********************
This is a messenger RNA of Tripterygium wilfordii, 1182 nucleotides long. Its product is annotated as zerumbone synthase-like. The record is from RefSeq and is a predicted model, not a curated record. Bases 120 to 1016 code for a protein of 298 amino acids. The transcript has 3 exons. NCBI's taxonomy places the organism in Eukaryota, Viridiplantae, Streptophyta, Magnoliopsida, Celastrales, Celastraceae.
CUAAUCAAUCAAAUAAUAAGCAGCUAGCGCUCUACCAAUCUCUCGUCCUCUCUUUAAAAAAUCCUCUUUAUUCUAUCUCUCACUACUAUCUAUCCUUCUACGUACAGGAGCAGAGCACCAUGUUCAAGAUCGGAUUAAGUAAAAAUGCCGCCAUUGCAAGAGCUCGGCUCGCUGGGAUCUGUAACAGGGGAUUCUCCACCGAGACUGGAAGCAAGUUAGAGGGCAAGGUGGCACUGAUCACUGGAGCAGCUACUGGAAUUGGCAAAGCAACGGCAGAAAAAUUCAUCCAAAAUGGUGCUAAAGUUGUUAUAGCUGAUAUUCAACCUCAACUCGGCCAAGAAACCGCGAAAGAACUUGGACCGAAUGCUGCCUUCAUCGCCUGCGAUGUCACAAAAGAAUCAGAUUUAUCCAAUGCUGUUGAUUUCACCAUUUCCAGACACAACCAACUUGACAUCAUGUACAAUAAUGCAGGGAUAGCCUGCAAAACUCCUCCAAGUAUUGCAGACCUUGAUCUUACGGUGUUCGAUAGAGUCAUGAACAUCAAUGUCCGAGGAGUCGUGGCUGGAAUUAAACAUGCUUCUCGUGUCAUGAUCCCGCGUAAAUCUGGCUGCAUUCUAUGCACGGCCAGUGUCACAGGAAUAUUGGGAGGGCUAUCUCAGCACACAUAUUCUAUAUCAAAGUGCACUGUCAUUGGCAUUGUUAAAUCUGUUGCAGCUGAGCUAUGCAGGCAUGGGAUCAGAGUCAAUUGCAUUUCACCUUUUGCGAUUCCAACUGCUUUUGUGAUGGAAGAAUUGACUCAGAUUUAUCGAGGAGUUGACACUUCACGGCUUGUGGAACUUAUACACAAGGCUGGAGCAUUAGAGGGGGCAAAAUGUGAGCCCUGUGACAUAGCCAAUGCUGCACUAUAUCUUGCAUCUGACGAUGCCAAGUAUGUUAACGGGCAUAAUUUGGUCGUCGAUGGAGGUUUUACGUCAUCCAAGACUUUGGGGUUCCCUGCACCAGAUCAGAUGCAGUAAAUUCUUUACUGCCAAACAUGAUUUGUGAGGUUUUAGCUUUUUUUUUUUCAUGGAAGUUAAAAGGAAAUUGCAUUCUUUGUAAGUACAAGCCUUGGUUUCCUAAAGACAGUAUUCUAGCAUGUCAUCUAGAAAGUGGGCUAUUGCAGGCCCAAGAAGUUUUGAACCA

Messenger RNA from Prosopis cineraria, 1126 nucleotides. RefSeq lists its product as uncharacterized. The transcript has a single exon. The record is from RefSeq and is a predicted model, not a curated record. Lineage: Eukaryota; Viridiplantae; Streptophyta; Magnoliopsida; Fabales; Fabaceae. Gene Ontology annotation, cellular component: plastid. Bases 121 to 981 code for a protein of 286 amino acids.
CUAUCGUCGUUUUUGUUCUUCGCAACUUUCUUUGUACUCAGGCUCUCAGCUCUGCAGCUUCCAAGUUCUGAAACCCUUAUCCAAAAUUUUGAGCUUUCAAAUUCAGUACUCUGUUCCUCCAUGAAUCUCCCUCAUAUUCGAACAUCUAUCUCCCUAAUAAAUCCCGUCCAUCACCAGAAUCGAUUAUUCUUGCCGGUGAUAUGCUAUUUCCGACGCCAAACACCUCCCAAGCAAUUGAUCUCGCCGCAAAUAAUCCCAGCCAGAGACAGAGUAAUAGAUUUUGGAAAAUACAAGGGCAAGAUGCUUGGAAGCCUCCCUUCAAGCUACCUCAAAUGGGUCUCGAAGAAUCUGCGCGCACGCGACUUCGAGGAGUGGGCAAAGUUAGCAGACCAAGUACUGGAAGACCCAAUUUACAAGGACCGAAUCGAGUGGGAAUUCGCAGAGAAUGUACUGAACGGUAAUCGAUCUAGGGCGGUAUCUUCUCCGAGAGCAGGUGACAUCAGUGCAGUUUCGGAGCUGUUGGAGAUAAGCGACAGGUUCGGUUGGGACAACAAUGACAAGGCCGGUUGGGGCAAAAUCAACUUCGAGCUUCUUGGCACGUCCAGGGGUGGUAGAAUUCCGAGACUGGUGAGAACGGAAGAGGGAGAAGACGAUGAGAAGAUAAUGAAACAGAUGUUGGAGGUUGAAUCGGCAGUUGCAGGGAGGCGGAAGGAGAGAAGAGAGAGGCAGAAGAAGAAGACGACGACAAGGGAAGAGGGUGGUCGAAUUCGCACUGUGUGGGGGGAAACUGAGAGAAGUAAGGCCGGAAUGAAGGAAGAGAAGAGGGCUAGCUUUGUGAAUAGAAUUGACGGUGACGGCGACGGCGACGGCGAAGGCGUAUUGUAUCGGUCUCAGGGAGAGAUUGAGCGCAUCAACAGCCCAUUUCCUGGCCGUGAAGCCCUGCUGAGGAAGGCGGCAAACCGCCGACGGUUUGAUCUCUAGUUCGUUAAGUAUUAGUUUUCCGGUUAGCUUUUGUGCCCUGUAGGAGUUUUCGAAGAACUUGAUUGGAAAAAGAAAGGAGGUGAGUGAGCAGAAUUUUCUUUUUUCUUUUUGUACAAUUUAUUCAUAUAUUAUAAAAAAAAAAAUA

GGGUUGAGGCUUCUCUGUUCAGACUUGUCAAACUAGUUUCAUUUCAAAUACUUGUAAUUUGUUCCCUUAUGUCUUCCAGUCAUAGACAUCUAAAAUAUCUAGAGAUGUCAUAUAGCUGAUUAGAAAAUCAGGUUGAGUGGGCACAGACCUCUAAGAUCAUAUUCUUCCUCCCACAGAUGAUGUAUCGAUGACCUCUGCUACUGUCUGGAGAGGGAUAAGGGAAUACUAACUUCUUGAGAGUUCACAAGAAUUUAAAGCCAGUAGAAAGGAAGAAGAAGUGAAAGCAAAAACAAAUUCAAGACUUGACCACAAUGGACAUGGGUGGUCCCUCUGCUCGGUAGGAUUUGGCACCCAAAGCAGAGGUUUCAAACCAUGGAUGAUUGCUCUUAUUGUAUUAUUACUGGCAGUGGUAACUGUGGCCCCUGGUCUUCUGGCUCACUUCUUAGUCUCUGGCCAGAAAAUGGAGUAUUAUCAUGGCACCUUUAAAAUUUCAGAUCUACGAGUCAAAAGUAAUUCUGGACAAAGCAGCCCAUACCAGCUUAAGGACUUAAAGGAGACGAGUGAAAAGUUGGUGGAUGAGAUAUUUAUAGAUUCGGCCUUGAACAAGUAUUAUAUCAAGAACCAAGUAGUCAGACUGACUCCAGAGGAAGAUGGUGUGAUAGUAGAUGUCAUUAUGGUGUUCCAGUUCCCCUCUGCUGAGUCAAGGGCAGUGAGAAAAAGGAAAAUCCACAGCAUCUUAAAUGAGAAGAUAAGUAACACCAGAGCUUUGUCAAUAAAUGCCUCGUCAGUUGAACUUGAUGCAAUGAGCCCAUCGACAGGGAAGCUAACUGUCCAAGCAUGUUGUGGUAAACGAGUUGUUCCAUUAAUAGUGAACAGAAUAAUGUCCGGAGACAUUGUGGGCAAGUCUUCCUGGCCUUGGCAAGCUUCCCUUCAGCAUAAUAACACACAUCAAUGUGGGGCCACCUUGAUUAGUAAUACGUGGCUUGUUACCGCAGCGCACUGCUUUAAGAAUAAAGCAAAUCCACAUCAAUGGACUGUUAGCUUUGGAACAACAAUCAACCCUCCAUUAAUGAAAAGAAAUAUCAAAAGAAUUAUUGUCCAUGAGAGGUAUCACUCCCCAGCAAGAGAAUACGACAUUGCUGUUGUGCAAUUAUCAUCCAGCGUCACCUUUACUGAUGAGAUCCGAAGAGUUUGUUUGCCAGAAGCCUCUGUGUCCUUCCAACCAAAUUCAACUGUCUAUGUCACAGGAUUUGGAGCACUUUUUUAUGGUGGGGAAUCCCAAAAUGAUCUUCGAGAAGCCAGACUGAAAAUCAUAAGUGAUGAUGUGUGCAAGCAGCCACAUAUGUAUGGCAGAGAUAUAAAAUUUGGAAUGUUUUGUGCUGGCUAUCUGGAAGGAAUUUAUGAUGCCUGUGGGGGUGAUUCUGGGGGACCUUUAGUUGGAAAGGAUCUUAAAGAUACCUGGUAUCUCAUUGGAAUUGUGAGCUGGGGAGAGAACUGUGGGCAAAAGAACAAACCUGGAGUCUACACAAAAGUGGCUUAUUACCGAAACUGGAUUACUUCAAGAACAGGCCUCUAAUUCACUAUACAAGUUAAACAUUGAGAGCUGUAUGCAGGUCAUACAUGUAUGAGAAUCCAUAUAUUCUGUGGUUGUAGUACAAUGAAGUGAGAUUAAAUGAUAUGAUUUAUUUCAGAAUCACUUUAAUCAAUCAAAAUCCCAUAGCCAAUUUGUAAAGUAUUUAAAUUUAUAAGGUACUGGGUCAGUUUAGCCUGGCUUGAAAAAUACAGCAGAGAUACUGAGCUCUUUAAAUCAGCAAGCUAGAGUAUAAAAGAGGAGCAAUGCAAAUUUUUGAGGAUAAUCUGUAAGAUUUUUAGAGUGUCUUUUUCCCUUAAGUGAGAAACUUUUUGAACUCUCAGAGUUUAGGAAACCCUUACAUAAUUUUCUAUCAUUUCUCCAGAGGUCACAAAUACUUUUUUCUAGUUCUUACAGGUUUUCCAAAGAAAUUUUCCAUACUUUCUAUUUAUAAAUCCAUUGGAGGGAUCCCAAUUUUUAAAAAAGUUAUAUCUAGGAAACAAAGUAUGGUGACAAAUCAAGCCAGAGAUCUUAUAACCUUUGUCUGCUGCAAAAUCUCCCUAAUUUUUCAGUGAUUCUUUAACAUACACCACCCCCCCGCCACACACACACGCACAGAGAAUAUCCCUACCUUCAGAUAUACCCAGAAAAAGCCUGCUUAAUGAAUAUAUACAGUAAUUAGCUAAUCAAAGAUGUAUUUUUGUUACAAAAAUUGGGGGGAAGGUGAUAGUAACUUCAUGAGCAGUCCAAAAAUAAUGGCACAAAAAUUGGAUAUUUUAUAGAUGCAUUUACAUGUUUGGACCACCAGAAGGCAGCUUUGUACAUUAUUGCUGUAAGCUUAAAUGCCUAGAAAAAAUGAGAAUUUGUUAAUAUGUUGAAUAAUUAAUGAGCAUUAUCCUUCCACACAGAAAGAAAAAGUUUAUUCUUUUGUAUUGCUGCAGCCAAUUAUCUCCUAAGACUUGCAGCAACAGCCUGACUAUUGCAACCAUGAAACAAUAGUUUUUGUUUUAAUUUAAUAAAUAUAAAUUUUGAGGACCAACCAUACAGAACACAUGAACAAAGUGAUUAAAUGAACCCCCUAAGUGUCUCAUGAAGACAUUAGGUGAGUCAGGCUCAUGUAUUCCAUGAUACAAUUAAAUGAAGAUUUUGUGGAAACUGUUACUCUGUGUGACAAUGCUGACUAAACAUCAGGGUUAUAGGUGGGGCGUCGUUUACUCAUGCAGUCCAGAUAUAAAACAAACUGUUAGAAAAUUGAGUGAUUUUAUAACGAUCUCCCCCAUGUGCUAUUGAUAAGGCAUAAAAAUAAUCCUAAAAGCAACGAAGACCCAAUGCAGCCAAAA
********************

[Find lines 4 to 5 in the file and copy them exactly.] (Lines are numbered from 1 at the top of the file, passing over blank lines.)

CUAUCGUCGUUUUUGUUCUUCGCAACUUUCUUUGUACUCAGGCUCUCAGCUCUGCAGCUUCCAAGUUCUGAAACCCUUAUCCAAAAUUUUGAGCUUUCAAAUUCAGUACUCUGUUCCUCCAUGAAUCUCCCUCAUAUUCGAACAUCUAUCUCCCUAAUAAAUCCCGUCCAUCACCAGAAUCGAUUAUUCUUGCCGGUGAUAUGCUAUUUCCGACGCCAAACACCUCCCAAGCAAUUGAUCUCGCCGCAAAUAAUCCCAGCCAGAGACAGAGUAAUAGAUUUUGGAAAAUACAAGGGCAAGAUGCUUGGAAGCCUCCCUUCAAGCUACCUCAAAUGGGUCUCGAAGAAUCUGCGCGCACGCGACUUCGAGGAGUGGGCAAAGUUAGCAGACCAAGUACUGGAAGACCCAAUUUACAAGGACCGAAUCGAGUGGGAAUUCGCAGAGAAUGUACUGAACGGUAAUCGAUCUAGGGCGGUAUCUUCUCCGAGAGCAGGUGACAUCAGUGCAGUUUCGGAGCUGUUGGAGAUAAGCGACAGGUUCGGUUGGGACAACAAUGACAAGGCCGGUUGGGGCAAAAUCAACUUCGAGCUUCUUGGCACGUCCAGGGGUGGUAGAAUUCCGAGACUGGUGAGAACGGAAGAGGGAGAAGACGAUGAGAAGAUAAUGAAACAGAUGUUGGAGGUUGAAUCGGCAGUUGCAGGGAGGCGGAAGGAGAGAAGAGAGAGGCAGAAGAAGAAGACGACGACAAGGGAAGAGGGUGGUCGAAUUCGCACUGUGUGGGGGGAAACUGAGAGAAGUAAGGCCGGAAUGAAGGAAGAGAAGAGGGCUAGCUUUGUGAAUAGAAUUGACGGUGACGGCGACGGCGACGGCGAAGGCGUAUUGUAUCGGUCUCAGGGAGAGAUUGAGCGCAUCAACAGCCCAUUUCCUGGCCGUGAAGCCCUGCUGAGGAAGGCGGCAAACCGCCGACGGUUUGAUCUCUAGUUCGUUAAGUAUUAGUUUUCCGGUUAGCUUUUGUGCCCUGUAGGAGUUUUCGAAGAACUUGAUUGGAAAAAGAAAGGAGGUGAGUGAGCAGAAUUUUCUUUUUUCUUUUUGUACAAUUUAUUCAUAUAUUAUAAAAAAAAAAAUA

GGGUUGAGGCUUCUCUGUUCAGACUUGUCAAACUAGUUUCAUUUCAAAUACUUGUAAUUUGUUCCCUUAUGUCUUCCAGUCAUAGACAUCUAAAAUAUCUAGAGAUGUCAUAUAGCUGAUUAGAAAAUCAGGUUGAGUGGGCACAGACCUCUAAGAUCAUAUUCUUCCUCCCACAGAUGAUGUAUCGAUGACCUCUGCUACUGUCUGGAGAGGGAUAAGGGAAUACUAACUUCUUGAGAGUUCACAAGAAUUUAAAGCCAGUAGAAAGGAAGAAGAAGUGAAAGCAAAAACAAAUUCAAGACUUGACCACAAUGGACAUGGGUGGUCCCUCUGCUCGGUAGGAUUUGGCACCCAAAGCAGAGGUUUCAAACCAUGGAUGAUUGCUCUUAUUGUAUUAUUACUGGCAGUGGUAACUGUGGCCCCUGGUCUUCUGGCUCACUUCUUAGUCUCUGGCCAGAAAAUGGAGUAUUAUCAUGGCACCUUUAAAAUUUCAGAUCUACGAGUCAAAAGUAAUUCUGGACAAAGCAGCCCAUACCAGCUUAAGGACUUAAAGGAGACGAGUGAAAAGUUGGUGGAUGAGAUAUUUAUAGAUUCGGCCUUGAACAAGUAUUAUAUCAAGAACCAAGUAGUCAGACUGACUCCAGAGGAAGAUGGUGUGAUAGUAGAUGUCAUUAUGGUGUUCCAGUUCCCCUCUGCUGAGUCAAGGGCAGUGAGAAAAAGGAAAAUCCACAGCAUCUUAAAUGAGAAGAUAAGUAACACCAGAGCUUUGUCAAUAAAUGCCUCGUCAGUUGAACUUGAUGCAAUGAGCCCAUCGACAGGGAAGCUAACUGUCCAAGCAUGUUGUGGUAAACGAGUUGUUCCAUUAAUAGUGAACAGAAUAAUGUCCGGAGACAUUGUGGGCAAGUCUUCCUGGCCUUGGCAAGCUUCCCUUCAGCAUAAUAACACACAUCAAUGUGGGGCCACCUUGAUUAGUAAUACGUGGCUUGUUACCGCAGCGCACUGCUUUAAGAAUAAAGCAAAUCCACAUCAAUGGACUGUUAGCUUUGGAACAACAAUCAACCCUCCAUUAAUGAAAAGAAAUAUCAAAAGAAUUAUUGUCCAUGAGAGGUAUCACUCCCCAGCAAGAGAAUACGACAUUGCUGUUGUGCAAUUAUCAUCCAGCGUCACCUUUACUGAUGAGAUCCGAAGAGUUUGUUUGCCAGAAGCCUCUGUGUCCUUCCAACCAAAUUCAACUGUCUAUGUCACAGGAUUUGGAGCACUUUUUUAUGGUGGGGAAUCCCAAAAUGAUCUUCGAGAAGCCAGACUGAAAAUCAUAAGUGAUGAUGUGUGCAAGCAGCCACAUAUGUAUGGCAGAGAUAUAAAAUUUGGAAUGUUUUGUGCUGGCUAUCUGGAAGGAAUUUAUGAUGCCUGUGGGGGUGAUUCUGGGGGACCUUUAGUUGGAAAGGAUCUUAAAGAUACCUGGUAUCUCAUUGGAAUUGUGAGCUGGGGAGAGAACUGUGGGCAAAAGAACAAACCUGGAGUCUACACAAAAGUGGCUUAUUACCGAAACUGGAUUACUUCAAGAACAGGCCUCUAAUUCACUAUACAAGUUAAACAUUGAGAGCUGUAUGCAGGUCAUACAUGUAUGAGAAUCCAUAUAUUCUGUGGUUGUAGUACAAUGAAGUGAGAUUAAAUGAUAUGAUUUAUUUCAGAAUCACUUUAAUCAAUCAAAAUCCCAUAGCCAAUUUGUAAAGUAUUUAAAUUUAUAAGGUACUGGGUCAGUUUAGCCUGGCUUGAAAAAUACAGCAGAGAUACUGAGCUCUUUAAAUCAGCAAGCUAGAGUAUAAAAGAGGAGCAAUGCAAAUUUUUGAGGAUAAUCUGUAAGAUUUUUAGAGUGUCUUUUUCCCUUAAGUGAGAAACUUUUUGAACUCUCAGAGUUUAGGAAACCCUUACAUAAUUUUCUAUCAUUUCUCCAGAGGUCACAAAUACUUUUUUCUAGUUCUUACAGGUUUUCCAAAGAAAUUUUCCAUACUUUCUAUUUAUAAAUCCAUUGGAGGGAUCCCAAUUUUUAAAAAAGUUAUAUCUAGGAAACAAAGUAUGGUGACAAAUCAAGCCAGAGAUCUUAUAACCUUUGUCUGCUGCAAAAUCUCCCUAAUUUUUCAGUGAUUCUUUAACAUACACCACCCCCCCGCCACACACACACGCACAGAGAAUAUCCCUACCUUCAGAUAUACCCAGAAAAAGCCUGCUUAAUGAAUAUAUACAGUAAUUAGCUAAUCAAAGAUGUAUUUUUGUUACAAAAAUUGGGGGGAAGGUGAUAGUAACUUCAUGAGCAGUCCAAAAAUAAUGGCACAAAAAUUGGAUAUUUUAUAGAUGCAUUUACAUGUUUGGACCACCAGAAGGCAGCUUUGUACAUUAUUGCUGUAAGCUUAAAUGCCUAGAAAAAAUGAGAAUUUGUUAAUAUGUUGAAUAAUUAAUGAGCAUUAUCCUUCCACACAGAAAGAAAAAGUUUAUUCUUUUGUAUUGCUGCAGCCAAUUAUCUCCUAAGACUUGCAGCAACAGCCUGACUAUUGCAACCAUGAAACAAUAGUUUUUGUUUUAAUUUAAUAAAUAUAAAUUUUGAGGACCAACCAUACAGAACACAUGAACAAAGUGAUUAAAUGAACCCCCUAAGUGUCUCAUGAAGACAUUAGGUGAGUCAGGCUCAUGUAUUCCAUGAUACAAUUAAAUGAAGAUUUUGUGGAAACUGUUACUCUGUGUGACAAUGCUGACUAAACAUCAGGGUUAUAGGUGGGGCGUCGUUUACUCAUGCAGUCCAGAUAUAAAACAAACUGUUAGAAAAUUGAGUGAUUUUAUAACGAUCUCCCCCAUGUGCUAUUGAUAAGGCAUAAAAAUAAUCCUAAAAGCAACGAAGACCCAAUGCAGCCAAAA